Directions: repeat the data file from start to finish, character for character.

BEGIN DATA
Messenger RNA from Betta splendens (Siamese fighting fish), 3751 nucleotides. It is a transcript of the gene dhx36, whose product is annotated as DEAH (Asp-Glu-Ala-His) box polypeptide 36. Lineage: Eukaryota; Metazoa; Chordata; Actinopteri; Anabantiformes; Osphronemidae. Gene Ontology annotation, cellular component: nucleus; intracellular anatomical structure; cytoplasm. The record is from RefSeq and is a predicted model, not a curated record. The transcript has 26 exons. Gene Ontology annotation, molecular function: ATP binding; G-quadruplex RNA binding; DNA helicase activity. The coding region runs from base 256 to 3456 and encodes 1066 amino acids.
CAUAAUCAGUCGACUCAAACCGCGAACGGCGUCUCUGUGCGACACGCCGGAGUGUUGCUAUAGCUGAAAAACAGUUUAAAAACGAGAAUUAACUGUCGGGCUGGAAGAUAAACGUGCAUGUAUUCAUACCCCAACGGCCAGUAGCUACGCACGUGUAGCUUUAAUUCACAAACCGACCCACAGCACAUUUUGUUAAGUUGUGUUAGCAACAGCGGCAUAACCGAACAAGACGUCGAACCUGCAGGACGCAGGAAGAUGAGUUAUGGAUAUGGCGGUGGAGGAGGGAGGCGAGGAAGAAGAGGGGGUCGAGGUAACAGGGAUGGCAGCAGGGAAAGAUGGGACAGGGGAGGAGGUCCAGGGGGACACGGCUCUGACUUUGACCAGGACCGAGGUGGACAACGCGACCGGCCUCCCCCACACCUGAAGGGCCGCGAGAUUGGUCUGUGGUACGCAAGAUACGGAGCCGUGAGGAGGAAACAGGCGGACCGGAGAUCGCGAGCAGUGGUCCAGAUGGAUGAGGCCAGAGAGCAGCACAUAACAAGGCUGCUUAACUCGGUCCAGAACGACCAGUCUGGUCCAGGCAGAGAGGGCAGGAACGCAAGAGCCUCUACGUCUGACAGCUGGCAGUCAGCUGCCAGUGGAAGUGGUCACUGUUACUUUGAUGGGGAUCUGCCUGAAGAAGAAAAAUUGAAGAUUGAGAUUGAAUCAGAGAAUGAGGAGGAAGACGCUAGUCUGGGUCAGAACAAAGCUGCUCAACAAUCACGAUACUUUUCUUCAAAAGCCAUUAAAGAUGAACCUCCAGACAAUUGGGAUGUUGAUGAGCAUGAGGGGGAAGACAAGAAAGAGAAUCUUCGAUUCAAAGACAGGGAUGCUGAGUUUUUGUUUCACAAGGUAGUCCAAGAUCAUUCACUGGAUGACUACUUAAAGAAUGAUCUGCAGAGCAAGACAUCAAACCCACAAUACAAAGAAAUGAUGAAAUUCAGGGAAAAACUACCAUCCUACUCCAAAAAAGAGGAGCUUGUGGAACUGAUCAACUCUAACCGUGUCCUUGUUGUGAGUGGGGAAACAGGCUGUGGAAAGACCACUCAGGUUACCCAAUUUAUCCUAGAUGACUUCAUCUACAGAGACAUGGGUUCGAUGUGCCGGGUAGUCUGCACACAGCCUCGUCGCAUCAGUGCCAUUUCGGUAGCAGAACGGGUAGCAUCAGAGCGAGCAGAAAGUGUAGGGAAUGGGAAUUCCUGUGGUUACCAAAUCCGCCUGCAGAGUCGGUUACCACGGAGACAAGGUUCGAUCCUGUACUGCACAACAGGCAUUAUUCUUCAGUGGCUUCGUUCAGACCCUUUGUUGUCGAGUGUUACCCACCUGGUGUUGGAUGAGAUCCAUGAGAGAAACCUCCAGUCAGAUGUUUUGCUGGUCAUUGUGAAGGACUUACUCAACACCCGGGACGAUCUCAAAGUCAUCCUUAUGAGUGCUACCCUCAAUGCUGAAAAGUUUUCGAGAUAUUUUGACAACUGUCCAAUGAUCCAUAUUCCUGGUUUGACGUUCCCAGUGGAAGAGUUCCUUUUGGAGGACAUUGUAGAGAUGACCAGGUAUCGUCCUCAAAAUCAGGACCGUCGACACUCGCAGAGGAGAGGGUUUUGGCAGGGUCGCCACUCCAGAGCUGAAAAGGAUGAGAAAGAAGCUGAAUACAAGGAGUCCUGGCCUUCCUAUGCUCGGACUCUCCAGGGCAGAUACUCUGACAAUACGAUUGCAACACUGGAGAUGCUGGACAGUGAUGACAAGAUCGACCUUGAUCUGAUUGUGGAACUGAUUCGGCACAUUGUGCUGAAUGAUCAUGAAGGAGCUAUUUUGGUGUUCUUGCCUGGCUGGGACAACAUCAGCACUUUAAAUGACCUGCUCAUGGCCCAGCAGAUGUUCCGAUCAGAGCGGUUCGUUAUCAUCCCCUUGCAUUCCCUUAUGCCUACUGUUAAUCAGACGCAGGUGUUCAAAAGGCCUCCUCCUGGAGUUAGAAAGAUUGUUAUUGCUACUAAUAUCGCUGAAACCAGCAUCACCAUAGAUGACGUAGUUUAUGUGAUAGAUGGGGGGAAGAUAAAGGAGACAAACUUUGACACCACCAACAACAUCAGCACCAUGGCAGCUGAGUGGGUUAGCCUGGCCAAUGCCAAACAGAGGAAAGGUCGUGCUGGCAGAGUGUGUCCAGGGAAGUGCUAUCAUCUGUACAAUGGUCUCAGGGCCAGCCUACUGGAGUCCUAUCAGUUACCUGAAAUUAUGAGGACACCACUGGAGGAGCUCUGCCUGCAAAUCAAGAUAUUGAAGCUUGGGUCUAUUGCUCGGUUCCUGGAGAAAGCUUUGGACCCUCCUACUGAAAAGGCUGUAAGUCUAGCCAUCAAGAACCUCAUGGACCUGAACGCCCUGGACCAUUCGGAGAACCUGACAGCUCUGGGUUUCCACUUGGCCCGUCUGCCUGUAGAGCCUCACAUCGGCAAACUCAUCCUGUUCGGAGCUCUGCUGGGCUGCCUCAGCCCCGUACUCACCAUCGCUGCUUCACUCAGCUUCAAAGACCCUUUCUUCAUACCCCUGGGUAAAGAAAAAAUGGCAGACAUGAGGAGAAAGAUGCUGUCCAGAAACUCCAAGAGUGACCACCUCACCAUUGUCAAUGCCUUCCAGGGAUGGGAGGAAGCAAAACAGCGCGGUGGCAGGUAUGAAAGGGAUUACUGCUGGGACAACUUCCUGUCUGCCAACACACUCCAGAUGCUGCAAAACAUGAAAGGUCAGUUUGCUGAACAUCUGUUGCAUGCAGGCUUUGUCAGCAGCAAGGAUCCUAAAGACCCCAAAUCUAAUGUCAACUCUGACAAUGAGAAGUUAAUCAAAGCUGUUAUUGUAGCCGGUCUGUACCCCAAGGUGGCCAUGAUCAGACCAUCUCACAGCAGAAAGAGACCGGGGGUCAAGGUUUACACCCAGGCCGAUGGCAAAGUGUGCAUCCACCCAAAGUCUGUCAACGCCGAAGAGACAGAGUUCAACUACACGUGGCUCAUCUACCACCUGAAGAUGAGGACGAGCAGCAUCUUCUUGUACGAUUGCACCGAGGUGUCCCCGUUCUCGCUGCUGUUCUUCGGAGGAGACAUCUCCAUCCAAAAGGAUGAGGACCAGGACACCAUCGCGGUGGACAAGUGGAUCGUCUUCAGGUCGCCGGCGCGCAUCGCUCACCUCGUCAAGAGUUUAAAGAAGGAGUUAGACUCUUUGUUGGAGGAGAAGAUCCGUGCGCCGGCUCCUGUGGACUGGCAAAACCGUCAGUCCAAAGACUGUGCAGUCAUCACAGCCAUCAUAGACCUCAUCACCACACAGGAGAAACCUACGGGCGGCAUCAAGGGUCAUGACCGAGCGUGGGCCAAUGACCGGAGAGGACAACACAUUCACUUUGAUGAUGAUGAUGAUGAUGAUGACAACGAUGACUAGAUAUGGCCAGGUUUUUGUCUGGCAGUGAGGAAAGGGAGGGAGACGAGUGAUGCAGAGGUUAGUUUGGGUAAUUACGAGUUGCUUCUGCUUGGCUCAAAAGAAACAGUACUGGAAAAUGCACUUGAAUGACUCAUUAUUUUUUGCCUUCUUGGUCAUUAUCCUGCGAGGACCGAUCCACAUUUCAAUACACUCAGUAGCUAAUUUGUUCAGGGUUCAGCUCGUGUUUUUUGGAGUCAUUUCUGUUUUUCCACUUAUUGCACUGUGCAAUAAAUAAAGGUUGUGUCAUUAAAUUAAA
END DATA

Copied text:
Messenger RNA from Betta splendens (Siamese fighting fish), 3751 nucleotides. It is a transcript of the gene dhx36, whose product is annotated as DEAH (Asp-Glu-Ala-His) box polypeptide 36. Lineage: Eukaryota; Metazoa; Chordata; Actinopteri; Anabantiformes; Osphronemidae. Gene Ontology annotation, cellular component: nucleus; intracellular anatomical structure; cytoplasm. The record is from RefSeq and is a predicted model, not a curated record. The transcript has 26 exons. Gene Ontology annotation, molecular function: ATP binding; G-quadruplex RNA binding; DNA helicase activity. The coding region runs from base 256 to 3456 and encodes 1066 amino acids.
CAUAAUCAGUCGACUCAAACCGCGAACGGCGUCUCUGUGCGACACGCCGGAGUGUUGCUAUAGCUGAAAAACAGUUUAAAAACGAGAAUUAACUGUCGGGCUGGAAGAUAAACGUGCAUGUAUUCAUACCCCAACGGCCAGUAGCUACGCACGUGUAGCUUUAAUUCACAAACCGACCCACAGCACAUUUUGUUAAGUUGUGUUAGCAACAGCGGCAUAACCGAACAAGACGUCGAACCUGCAGGACGCAGGAAGAUGAGUUAUGGAUAUGGCGGUGGAGGAGGGAGGCGAGGAAGAAGAGGGGGUCGAGGUAACAGGGAUGGCAGCAGGGAAAGAUGGGACAGGGGAGGAGGUCCAGGGGGACACGGCUCUGACUUUGACCAGGACCGAGGUGGACAACGCGACCGGCCUCCCCCACACCUGAAGGGCCGCGAGAUUGGUCUGUGGUACGCAAGAUACGGAGCCGUGAGGAGGAAACAGGCGGACCGGAGAUCGCGAGCAGUGGUCCAGAUGGAUGAGGCCAGAGAGCAGCACAUAACAAGGCUGCUUAACUCGGUCCAGAACGACCAGUCUGGUCCAGGCAGAGAGGGCAGGAACGCAAGAGCCUCUACGUCUGACAGCUGGCAGUCAGCUGCCAGUGGAAGUGGUCACUGUUACUUUGAUGGGGAUCUGCCUGAAGAAGAAAAAUUGAAGAUUGAGAUUGAAUCAGAGAAUGAGGAGGAAGACGCUAGUCUGGGUCAGAACAAAGCUGCUCAACAAUCACGAUACUUUUCUUCAAAAGCCAUUAAAGAUGAACCUCCAGACAAUUGGGAUGUUGAUGAGCAUGAGGGGGAAGACAAGAAAGAGAAUCUUCGAUUCAAAGACAGGGAUGCUGAGUUUUUGUUUCACAAGGUAGUCCAAGAUCAUUCACUGGAUGACUACUUAAAGAAUGAUCUGCAGAGCAAGACAUCAAACCCACAAUACAAAGAAAUGAUGAAAUUCAGGGAAAAACUACCAUCCUACUCCAAAAAAGAGGAGCUUGUGGAACUGAUCAACUCUAACCGUGUCCUUGUUGUGAGUGGGGAAACAGGCUGUGGAAAGACCACUCAGGUUACCCAAUUUAUCCUAGAUGACUUCAUCUACAGAGACAUGGGUUCGAUGUGCCGGGUAGUCUGCACACAGCCUCGUCGCAUCAGUGCCAUUUCGGUAGCAGAACGGGUAGCAUCAGAGCGAGCAGAAAGUGUAGGGAAUGGGAAUUCCUGUGGUUACCAAAUCCGCCUGCAGAGUCGGUUACCACGGAGACAAGGUUCGAUCCUGUACUGCACAACAGGCAUUAUUCUUCAGUGGCUUCGUUCAGACCCUUUGUUGUCGAGUGUUACCCACCUGGUGUUGGAUGAGAUCCAUGAGAGAAACCUCCAGUCAGAUGUUUUGCUGGUCAUUGUGAAGGACUUACUCAACACCCGGGACGAUCUCAAAGUCAUCCUUAUGAGUGCUACCCUCAAUGCUGAAAAGUUUUCGAGAUAUUUUGACAACUGUCCAAUGAUCCAUAUUCCUGGUUUGACGUUCCCAGUGGAAGAGUUCCUUUUGGAGGACAUUGUAGAGAUGACCAGGUAUCGUCCUCAAAAUCAGGACCGUCGACACUCGCAGAGGAGAGGGUUUUGGCAGGGUCGCCACUCCAGAGCUGAAAAGGAUGAGAAAGAAGCUGAAUACAAGGAGUCCUGGCCUUCCUAUGCUCGGACUCUCCAGGGCAGAUACUCUGACAAUACGAUUGCAACACUGGAGAUGCUGGACAGUGAUGACAAGAUCGACCUUGAUCUGAUUGUGGAACUGAUUCGGCACAUUGUGCUGAAUGAUCAUGAAGGAGCUAUUUUGGUGUUCUUGCCUGGCUGGGACAACAUCAGCACUUUAAAUGACCUGCUCAUGGCCCAGCAGAUGUUCCGAUCAGAGCGGUUCGUUAUCAUCCCCUUGCAUUCCCUUAUGCCUACUGUUAAUCAGACGCAGGUGUUCAAAAGGCCUCCUCCUGGAGUUAGAAAGAUUGUUAUUGCUACUAAUAUCGCUGAAACCAGCAUCACCAUAGAUGACGUAGUUUAUGUGAUAGAUGGGGGGAAGAUAAAGGAGACAAACUUUGACACCACCAACAACAUCAGCACCAUGGCAGCUGAGUGGGUUAGCCUGGCCAAUGCCAAACAGAGGAAAGGUCGUGCUGGCAGAGUGUGUCCAGGGAAGUGCUAUCAUCUGUACAAUGGUCUCAGGGCCAGCCUACUGGAGUCCUAUCAGUUACCUGAAAUUAUGAGGACACCACUGGAGGAGCUCUGCCUGCAAAUCAAGAUAUUGAAGCUUGGGUCUAUUGCUCGGUUCCUGGAGAAAGCUUUGGACCCUCCUACUGAAAAGGCUGUAAGUCUAGCCAUCAAGAACCUCAUGGACCUGAACGCCCUGGACCAUUCGGAGAACCUGACAGCUCUGGGUUUCCACUUGGCCCGUCUGCCUGUAGAGCCUCACAUCGGCAAACUCAUCCUGUUCGGAGCUCUGCUGGGCUGCCUCAGCCCCGUACUCACCAUCGCUGCUUCACUCAGCUUCAAAGACCCUUUCUUCAUACCCCUGGGUAAAGAAAAAAUGGCAGACAUGAGGAGAAAGAUGCUGUCCAGAAACUCCAAGAGUGACCACCUCACCAUUGUCAAUGCCUUCCAGGGAUGGGAGGAAGCAAAACAGCGCGGUGGCAGGUAUGAAAGGGAUUACUGCUGGGACAACUUCCUGUCUGCCAACACACUCCAGAUGCUGCAAAACAUGAAAGGUCAGUUUGCUGAACAUCUGUUGCAUGCAGGCUUUGUCAGCAGCAAGGAUCCUAAAGACCCCAAAUCUAAUGUCAACUCUGACAAUGAGAAGUUAAUCAAAGCUGUUAUUGUAGCCGGUCUGUACCCCAAGGUGGCCAUGAUCAGACCAUCUCACAGCAGAAAGAGACCGGGGGUCAAGGUUUACACCCAGGCCGAUGGCAAAGUGUGCAUCCACCCAAAGUCUGUCAACGCCGAAGAGACAGAGUUCAACUACACGUGGCUCAUCUACCACCUGAAGAUGAGGACGAGCAGCAUCUUCUUGUACGAUUGCACCGAGGUGUCCCCGUUCUCGCUGCUGUUCUUCGGAGGAGACAUCUCCAUCCAAAAGGAUGAGGACCAGGACACCAUCGCGGUGGACAAGUGGAUCGUCUUCAGGUCGCCGGCGCGCAUCGCUCACCUCGUCAAGAGUUUAAAGAAGGAGUUAGACUCUUUGUUGGAGGAGAAGAUCCGUGCGCCGGCUCCUGUGGACUGGCAAAACCGUCAGUCCAAAGACUGUGCAGUCAUCACAGCCAUCAUAGACCUCAUCACCACACAGGAGAAACCUACGGGCGGCAUCAAGGGUCAUGACCGAGCGUGGGCCAAUGACCGGAGAGGACAACACAUUCACUUUGAUGAUGAUGAUGAUGAUGAUGACAACGAUGACUAGAUAUGGCCAGGUUUUUGUCUGGCAGUGAGGAAAGGGAGGGAGACGAGUGAUGCAGAGGUUAGUUUGGGUAAUUACGAGUUGCUUCUGCUUGGCUCAAAAGAAACAGUACUGGAAAAUGCACUUGAAUGACUCAUUAUUUUUUGCCUUCUUGGUCAUUAUCCUGCGAGGACCGAUCCACAUUUCAAUACACUCAGUAGCUAAUUUGUUCAGGGUUCAGCUCGUGUUUUUUGGAGUCAUUUCUGUUUUUCCACUUAUUGCACUGUGCAAUAAAUAAAGGUUGUGUCAUUAAAUUAAA